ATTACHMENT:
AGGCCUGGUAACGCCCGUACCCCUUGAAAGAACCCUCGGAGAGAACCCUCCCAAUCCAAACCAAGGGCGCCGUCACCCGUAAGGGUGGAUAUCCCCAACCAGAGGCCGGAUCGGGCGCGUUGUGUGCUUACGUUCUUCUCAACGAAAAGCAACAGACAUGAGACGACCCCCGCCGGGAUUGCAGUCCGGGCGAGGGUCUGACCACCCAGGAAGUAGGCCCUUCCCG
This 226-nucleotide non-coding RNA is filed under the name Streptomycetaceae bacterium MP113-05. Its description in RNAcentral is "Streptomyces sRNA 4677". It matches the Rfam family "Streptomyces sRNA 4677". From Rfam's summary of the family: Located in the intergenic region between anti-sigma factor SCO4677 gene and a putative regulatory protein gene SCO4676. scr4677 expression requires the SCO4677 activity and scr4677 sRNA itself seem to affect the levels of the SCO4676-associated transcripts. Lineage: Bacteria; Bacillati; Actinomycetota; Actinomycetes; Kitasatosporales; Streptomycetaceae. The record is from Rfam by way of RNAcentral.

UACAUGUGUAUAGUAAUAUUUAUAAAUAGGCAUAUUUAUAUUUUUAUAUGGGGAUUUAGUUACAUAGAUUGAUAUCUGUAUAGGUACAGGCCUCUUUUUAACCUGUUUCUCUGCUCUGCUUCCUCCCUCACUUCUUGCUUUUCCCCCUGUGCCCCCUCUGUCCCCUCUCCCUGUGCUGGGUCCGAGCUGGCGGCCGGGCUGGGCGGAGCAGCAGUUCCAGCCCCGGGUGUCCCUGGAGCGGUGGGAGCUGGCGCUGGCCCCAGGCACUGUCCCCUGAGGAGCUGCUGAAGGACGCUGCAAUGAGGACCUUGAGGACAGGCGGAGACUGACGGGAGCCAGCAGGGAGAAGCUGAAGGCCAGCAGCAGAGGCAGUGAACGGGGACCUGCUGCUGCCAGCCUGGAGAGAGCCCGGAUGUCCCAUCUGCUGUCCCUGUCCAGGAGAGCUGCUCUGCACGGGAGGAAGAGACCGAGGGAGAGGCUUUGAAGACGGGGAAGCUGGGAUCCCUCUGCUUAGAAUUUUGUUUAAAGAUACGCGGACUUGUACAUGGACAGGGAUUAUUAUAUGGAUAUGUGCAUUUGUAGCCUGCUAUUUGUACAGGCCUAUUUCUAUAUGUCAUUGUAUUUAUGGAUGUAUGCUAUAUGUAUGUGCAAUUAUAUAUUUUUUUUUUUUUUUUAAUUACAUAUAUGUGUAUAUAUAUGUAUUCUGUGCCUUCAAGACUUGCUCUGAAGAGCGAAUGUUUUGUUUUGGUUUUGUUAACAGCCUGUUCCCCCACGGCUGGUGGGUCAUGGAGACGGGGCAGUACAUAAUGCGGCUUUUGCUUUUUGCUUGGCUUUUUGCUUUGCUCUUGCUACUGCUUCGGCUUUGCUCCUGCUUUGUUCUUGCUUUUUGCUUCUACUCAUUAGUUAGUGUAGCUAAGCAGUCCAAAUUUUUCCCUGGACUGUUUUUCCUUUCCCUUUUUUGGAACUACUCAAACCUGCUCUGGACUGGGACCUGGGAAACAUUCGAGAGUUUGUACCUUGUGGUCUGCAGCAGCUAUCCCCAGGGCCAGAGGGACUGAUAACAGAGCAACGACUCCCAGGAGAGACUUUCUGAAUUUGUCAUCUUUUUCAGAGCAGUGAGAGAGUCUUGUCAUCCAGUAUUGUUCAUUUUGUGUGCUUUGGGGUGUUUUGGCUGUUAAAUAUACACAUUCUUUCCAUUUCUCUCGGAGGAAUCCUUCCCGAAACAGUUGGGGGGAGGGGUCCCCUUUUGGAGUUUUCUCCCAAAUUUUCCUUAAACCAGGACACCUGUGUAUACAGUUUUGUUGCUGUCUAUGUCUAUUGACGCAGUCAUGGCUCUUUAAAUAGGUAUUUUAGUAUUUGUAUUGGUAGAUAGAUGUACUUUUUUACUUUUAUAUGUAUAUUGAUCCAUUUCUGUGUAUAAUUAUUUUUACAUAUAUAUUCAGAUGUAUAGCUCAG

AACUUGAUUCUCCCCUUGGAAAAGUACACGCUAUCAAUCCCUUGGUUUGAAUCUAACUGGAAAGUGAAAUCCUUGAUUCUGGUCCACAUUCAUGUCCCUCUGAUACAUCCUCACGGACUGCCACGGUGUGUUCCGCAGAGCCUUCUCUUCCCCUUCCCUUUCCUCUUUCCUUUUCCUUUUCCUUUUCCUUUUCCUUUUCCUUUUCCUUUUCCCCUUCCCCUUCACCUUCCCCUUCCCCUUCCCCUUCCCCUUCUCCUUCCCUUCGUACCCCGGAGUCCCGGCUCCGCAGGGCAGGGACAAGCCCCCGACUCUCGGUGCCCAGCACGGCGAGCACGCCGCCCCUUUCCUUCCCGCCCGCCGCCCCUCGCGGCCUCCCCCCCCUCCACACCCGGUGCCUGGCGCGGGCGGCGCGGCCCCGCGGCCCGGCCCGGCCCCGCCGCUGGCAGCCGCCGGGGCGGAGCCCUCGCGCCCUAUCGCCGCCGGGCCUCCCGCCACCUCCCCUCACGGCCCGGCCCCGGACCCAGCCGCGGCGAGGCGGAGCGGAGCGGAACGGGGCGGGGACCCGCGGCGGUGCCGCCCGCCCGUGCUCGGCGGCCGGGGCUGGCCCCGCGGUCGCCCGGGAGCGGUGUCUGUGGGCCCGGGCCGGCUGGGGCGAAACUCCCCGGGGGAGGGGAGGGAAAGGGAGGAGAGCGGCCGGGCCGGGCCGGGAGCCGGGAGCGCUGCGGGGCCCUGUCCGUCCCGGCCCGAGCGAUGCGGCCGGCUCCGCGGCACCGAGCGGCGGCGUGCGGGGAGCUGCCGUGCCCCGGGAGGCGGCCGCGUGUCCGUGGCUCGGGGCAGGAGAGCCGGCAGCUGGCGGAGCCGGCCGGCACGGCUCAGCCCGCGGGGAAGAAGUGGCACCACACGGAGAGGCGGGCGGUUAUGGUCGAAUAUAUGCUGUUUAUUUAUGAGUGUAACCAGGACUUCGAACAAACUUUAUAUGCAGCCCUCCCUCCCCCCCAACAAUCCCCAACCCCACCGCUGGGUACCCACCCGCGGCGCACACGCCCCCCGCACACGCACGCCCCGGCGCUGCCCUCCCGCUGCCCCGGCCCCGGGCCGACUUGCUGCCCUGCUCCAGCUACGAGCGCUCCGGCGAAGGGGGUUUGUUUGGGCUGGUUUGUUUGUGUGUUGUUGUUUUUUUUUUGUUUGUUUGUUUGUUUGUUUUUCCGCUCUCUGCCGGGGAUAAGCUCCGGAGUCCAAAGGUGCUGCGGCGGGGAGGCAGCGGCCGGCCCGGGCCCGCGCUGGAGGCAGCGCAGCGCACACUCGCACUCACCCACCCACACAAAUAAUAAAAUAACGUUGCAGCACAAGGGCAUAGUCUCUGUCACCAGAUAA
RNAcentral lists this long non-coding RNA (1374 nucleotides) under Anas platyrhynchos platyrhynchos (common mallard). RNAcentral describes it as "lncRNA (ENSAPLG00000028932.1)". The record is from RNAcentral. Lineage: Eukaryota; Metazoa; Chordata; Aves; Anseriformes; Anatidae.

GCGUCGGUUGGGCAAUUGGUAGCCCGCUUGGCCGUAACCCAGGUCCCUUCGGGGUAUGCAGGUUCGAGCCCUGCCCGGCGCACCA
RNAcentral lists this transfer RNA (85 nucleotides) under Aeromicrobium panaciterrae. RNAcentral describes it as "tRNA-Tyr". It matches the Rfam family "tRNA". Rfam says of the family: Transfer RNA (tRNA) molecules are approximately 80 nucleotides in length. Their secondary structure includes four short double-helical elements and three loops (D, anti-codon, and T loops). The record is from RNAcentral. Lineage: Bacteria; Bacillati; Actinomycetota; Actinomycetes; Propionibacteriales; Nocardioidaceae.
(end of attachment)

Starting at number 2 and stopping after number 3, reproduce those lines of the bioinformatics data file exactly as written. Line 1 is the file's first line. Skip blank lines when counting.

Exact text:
This 226-nucleotide non-coding RNA is filed under the name Streptomycetaceae bacterium MP113-05. Its description in RNAcentral is "Streptomyces sRNA 4677". It matches the Rfam family "Streptomyces sRNA 4677". From Rfam's summary of the family: Located in the intergenic region between anti-sigma factor SCO4677 gene and a putative regulatory protein gene SCO4676. scr4677 expression requires the SCO4677 activity and scr4677 sRNA itself seem to affect the levels of the SCO4676-associated transcripts. Lineage: Bacteria; Bacillati; Actinomycetota; Actinomycetes; Kitasatosporales; Streptomycetaceae. The record is from Rfam by way of RNAcentral.

UACAUGUGUAUAGUAAUAUUUAUAAAUAGGCAUAUUUAUAUUUUUAUAUGGGGAUUUAGUUACAUAGAUUGAUAUCUGUAUAGGUACAGGCCUCUUUUUAACCUGUUUCUCUGCUCUGCUUCCUCCCUCACUUCUUGCUUUUCCCCCUGUGCCCCCUCUGUCCCCUCUCCCUGUGCUGGGUCCGAGCUGGCGGCCGGGCUGGGCGGAGCAGCAGUUCCAGCCCCGGGUGUCCCUGGAGCGGUGGGAGCUGGCGCUGGCCCCAGGCACUGUCCCCUGAGGAGCUGCUGAAGGACGCUGCAAUGAGGACCUUGAGGACAGGCGGAGACUGACGGGAGCCAGCAGGGAGAAGCUGAAGGCCAGCAGCAGAGGCAGUGAACGGGGACCUGCUGCUGCCAGCCUGGAGAGAGCCCGGAUGUCCCAUCUGCUGUCCCUGUCCAGGAGAGCUGCUCUGCACGGGAGGAAGAGACCGAGGGAGAGGCUUUGAAGACGGGGAAGCUGGGAUCCCUCUGCUUAGAAUUUUGUUUAAAGAUACGCGGACUUGUACAUGGACAGGGAUUAUUAUAUGGAUAUGUGCAUUUGUAGCCUGCUAUUUGUACAGGCCUAUUUCUAUAUGUCAUUGUAUUUAUGGAUGUAUGCUAUAUGUAUGUGCAAUUAUAUAUUUUUUUUUUUUUUUUAAUUACAUAUAUGUGUAUAUAUAUGUAUUCUGUGCCUUCAAGACUUGCUCUGAAGAGCGAAUGUUUUGUUUUGGUUUUGUUAACAGCCUGUUCCCCCACGGCUGGUGGGUCAUGGAGACGGGGCAGUACAUAAUGCGGCUUUUGCUUUUUGCUUGGCUUUUUGCUUUGCUCUUGCUACUGCUUCGGCUUUGCUCCUGCUUUGUUCUUGCUUUUUGCUUCUACUCAUUAGUUAGUGUAGCUAAGCAGUCCAAAUUUUUCCCUGGACUGUUUUUCCUUUCCCUUUUUUGGAACUACUCAAACCUGCUCUGGACUGGGACCUGGGAAACAUUCGAGAGUUUGUACCUUGUGGUCUGCAGCAGCUAUCCCCAGGGCCAGAGGGACUGAUAACAGAGCAACGACUCCCAGGAGAGACUUUCUGAAUUUGUCAUCUUUUUCAGAGCAGUGAGAGAGUCUUGUCAUCCAGUAUUGUUCAUUUUGUGUGCUUUGGGGUGUUUUGGCUGUUAAAUAUACACAUUCUUUCCAUUUCUCUCGGAGGAAUCCUUCCCGAAACAGUUGGGGGGAGGGGUCCCCUUUUGGAGUUUUCUCCCAAAUUUUCCUUAAACCAGGACACCUGUGUAUACAGUUUUGUUGCUGUCUAUGUCUAUUGACGCAGUCAUGGCUCUUUAAAUAGGUAUUUUAGUAUUUGUAUUGGUAGAUAGAUGUACUUUUUUACUUUUAUAUGUAUAUUGAUCCAUUUCUGUGUAUAAUUAUUUUUACAUAUAUAUUCAGAUGUAUAGCUCAG